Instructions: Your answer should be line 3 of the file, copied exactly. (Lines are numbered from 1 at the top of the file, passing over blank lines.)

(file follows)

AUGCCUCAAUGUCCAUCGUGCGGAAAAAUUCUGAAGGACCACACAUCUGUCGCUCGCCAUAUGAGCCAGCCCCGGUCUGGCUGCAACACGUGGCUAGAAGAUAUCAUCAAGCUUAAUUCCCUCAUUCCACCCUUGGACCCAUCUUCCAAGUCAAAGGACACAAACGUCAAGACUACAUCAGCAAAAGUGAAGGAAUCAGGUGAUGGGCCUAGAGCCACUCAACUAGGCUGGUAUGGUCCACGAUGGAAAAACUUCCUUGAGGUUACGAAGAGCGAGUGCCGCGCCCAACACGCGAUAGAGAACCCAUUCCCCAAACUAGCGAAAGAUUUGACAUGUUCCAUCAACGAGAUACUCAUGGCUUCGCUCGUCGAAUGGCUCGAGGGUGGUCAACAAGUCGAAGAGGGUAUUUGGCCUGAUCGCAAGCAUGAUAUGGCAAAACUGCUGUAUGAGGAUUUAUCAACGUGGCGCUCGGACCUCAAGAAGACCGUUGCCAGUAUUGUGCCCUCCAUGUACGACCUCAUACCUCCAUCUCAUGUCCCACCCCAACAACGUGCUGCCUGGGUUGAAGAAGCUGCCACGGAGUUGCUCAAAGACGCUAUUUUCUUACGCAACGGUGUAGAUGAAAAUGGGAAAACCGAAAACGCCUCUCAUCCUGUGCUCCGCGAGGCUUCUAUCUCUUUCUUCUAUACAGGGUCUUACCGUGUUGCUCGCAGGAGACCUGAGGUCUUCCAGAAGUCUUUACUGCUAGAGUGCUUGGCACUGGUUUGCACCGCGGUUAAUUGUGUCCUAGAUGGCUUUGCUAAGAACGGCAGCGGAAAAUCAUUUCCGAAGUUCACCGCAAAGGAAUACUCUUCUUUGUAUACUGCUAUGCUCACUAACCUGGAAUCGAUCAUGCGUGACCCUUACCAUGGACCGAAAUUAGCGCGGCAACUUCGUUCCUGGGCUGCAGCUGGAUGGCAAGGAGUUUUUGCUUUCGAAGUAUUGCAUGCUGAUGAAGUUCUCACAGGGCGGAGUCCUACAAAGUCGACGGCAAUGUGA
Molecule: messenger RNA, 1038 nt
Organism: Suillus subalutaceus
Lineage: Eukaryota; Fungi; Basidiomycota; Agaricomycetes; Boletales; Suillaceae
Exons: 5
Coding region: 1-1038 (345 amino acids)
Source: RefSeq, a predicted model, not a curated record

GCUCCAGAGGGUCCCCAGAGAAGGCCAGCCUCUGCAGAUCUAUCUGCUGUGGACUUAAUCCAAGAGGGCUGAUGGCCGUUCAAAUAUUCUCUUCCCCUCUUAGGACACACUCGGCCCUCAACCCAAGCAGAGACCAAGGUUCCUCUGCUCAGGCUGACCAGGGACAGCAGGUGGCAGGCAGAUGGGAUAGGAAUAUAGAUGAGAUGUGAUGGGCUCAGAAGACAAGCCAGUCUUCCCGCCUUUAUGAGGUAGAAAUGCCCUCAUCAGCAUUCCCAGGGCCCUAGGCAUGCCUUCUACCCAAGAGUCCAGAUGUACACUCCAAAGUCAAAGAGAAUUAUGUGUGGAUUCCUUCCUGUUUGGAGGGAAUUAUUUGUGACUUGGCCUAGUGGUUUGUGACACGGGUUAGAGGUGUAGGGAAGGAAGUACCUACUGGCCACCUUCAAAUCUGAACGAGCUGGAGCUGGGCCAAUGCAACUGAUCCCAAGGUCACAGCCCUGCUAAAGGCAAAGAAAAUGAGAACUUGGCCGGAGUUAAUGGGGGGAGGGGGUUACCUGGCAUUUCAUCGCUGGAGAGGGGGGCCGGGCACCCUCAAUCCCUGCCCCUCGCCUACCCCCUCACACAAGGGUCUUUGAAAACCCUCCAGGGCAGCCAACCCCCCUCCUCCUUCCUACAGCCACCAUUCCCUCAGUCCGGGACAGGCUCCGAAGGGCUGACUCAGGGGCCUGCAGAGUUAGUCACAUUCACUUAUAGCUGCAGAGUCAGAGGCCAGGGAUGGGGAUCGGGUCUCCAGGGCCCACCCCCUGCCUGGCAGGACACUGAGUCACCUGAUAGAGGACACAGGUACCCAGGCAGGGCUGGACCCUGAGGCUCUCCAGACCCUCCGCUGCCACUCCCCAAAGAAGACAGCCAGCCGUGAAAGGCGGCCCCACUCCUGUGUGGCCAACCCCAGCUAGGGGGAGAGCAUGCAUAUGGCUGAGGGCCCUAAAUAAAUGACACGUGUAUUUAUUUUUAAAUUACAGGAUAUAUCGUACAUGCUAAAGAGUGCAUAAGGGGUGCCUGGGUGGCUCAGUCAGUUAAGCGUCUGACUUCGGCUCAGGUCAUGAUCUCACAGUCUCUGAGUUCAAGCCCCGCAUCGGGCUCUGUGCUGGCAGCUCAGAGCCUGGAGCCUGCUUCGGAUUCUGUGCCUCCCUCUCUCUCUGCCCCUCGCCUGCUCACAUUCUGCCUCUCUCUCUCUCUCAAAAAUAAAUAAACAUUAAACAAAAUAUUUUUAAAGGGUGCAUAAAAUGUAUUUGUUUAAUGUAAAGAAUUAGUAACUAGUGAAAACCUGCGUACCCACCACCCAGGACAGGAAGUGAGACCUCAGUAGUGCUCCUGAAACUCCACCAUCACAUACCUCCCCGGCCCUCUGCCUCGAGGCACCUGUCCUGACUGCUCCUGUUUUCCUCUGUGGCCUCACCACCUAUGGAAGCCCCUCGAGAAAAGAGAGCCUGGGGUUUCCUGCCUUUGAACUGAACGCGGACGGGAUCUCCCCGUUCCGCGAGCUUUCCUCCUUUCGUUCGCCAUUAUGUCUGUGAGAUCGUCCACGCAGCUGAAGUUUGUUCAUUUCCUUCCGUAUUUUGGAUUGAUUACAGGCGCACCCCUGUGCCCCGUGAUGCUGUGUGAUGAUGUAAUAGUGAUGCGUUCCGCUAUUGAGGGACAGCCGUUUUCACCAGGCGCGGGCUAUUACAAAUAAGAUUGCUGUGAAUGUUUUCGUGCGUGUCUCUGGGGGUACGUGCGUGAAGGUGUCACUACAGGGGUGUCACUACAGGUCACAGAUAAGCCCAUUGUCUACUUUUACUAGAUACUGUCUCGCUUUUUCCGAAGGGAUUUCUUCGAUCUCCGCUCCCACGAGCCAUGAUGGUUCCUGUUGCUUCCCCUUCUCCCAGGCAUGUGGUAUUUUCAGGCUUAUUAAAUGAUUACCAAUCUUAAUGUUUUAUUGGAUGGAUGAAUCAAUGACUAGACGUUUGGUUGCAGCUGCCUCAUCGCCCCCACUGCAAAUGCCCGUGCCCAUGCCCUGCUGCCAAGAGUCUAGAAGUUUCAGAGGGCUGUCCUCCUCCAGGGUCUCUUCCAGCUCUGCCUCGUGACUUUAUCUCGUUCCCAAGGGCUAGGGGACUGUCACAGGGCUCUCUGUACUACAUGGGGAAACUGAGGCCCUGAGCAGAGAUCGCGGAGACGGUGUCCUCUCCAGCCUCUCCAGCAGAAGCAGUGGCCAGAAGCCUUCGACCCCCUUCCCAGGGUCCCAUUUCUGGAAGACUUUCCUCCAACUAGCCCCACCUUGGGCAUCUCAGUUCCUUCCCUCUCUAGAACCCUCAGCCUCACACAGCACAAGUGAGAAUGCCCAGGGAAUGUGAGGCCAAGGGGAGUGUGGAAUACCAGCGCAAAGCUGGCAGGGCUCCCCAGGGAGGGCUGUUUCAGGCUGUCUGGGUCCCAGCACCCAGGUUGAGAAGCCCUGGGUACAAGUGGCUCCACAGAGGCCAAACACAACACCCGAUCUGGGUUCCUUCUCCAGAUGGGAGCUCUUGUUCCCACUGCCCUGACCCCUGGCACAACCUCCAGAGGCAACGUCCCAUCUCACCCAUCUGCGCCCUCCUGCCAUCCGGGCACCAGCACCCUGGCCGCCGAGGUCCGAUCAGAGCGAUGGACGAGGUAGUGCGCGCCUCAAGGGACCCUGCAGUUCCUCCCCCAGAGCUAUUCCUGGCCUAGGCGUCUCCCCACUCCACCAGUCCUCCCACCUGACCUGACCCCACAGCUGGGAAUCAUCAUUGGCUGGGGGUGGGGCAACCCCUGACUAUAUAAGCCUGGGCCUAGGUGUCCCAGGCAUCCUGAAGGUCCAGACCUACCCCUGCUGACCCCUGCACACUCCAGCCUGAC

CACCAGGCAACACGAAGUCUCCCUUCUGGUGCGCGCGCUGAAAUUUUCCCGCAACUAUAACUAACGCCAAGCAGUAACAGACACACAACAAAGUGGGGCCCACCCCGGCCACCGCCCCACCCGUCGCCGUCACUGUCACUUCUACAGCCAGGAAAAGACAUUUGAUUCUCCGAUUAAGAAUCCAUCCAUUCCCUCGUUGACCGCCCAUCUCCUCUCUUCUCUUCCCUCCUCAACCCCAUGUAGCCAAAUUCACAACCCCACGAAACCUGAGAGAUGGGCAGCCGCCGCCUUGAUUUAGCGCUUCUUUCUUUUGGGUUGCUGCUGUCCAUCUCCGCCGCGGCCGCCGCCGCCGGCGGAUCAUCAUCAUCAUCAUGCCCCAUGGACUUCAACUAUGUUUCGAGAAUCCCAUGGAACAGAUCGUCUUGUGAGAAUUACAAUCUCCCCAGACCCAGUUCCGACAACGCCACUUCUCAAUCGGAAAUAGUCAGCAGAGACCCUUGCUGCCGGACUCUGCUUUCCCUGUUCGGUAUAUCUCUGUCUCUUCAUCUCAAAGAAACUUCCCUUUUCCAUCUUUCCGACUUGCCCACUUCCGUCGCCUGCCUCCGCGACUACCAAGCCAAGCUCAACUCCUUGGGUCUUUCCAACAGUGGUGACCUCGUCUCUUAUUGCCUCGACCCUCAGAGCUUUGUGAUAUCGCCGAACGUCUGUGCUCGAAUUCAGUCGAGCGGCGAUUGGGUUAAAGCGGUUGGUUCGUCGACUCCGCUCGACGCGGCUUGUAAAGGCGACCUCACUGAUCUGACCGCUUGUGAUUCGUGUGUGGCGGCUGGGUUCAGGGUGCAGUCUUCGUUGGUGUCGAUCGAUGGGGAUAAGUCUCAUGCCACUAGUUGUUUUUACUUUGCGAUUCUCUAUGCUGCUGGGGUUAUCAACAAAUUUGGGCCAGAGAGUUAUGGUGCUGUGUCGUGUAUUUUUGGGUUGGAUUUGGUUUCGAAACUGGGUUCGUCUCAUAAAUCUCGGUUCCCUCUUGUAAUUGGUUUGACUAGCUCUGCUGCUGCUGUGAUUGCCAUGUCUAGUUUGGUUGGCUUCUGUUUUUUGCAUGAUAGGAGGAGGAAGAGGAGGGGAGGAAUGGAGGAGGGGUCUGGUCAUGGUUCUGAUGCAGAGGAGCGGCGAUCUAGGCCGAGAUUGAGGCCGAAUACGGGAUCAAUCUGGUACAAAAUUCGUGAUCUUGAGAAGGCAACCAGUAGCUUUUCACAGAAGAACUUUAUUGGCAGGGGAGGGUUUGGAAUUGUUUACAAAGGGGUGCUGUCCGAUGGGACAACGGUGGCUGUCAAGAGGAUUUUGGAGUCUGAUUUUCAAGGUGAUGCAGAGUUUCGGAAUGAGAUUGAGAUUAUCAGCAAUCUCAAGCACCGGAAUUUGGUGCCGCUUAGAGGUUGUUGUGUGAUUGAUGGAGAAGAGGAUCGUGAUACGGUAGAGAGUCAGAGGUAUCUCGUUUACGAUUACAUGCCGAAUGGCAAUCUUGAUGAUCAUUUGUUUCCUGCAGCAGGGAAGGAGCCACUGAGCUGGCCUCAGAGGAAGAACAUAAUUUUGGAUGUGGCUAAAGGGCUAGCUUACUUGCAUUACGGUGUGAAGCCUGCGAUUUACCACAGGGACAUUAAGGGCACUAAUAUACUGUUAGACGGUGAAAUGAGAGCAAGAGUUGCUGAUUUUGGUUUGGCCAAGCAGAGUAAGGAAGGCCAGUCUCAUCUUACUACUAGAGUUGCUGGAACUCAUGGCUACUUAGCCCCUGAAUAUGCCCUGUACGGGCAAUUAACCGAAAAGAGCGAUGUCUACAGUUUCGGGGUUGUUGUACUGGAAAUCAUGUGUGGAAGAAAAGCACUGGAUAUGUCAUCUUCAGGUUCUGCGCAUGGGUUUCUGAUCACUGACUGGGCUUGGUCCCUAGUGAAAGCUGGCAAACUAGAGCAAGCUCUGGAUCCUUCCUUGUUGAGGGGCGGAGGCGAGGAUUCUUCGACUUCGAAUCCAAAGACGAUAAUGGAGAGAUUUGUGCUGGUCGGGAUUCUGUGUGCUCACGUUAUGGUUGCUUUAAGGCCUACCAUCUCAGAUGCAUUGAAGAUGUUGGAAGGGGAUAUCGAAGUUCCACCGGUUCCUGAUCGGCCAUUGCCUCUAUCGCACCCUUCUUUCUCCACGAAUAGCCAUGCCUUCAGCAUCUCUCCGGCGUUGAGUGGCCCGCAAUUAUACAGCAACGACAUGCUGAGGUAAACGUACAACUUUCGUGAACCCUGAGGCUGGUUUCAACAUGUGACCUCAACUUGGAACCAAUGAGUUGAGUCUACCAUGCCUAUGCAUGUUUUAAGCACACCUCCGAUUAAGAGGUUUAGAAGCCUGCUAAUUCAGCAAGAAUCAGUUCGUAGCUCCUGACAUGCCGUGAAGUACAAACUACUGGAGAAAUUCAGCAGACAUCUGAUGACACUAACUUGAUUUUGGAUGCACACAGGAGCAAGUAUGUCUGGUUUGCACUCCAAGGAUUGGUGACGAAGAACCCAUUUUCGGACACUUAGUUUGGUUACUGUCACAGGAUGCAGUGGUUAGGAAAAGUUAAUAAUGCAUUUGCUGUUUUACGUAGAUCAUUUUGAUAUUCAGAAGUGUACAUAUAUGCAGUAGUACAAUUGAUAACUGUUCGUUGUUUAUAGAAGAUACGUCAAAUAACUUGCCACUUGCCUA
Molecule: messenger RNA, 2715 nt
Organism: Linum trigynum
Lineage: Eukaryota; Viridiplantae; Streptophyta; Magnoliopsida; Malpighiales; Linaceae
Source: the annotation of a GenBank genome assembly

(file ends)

Organism: Suillus subalutaceus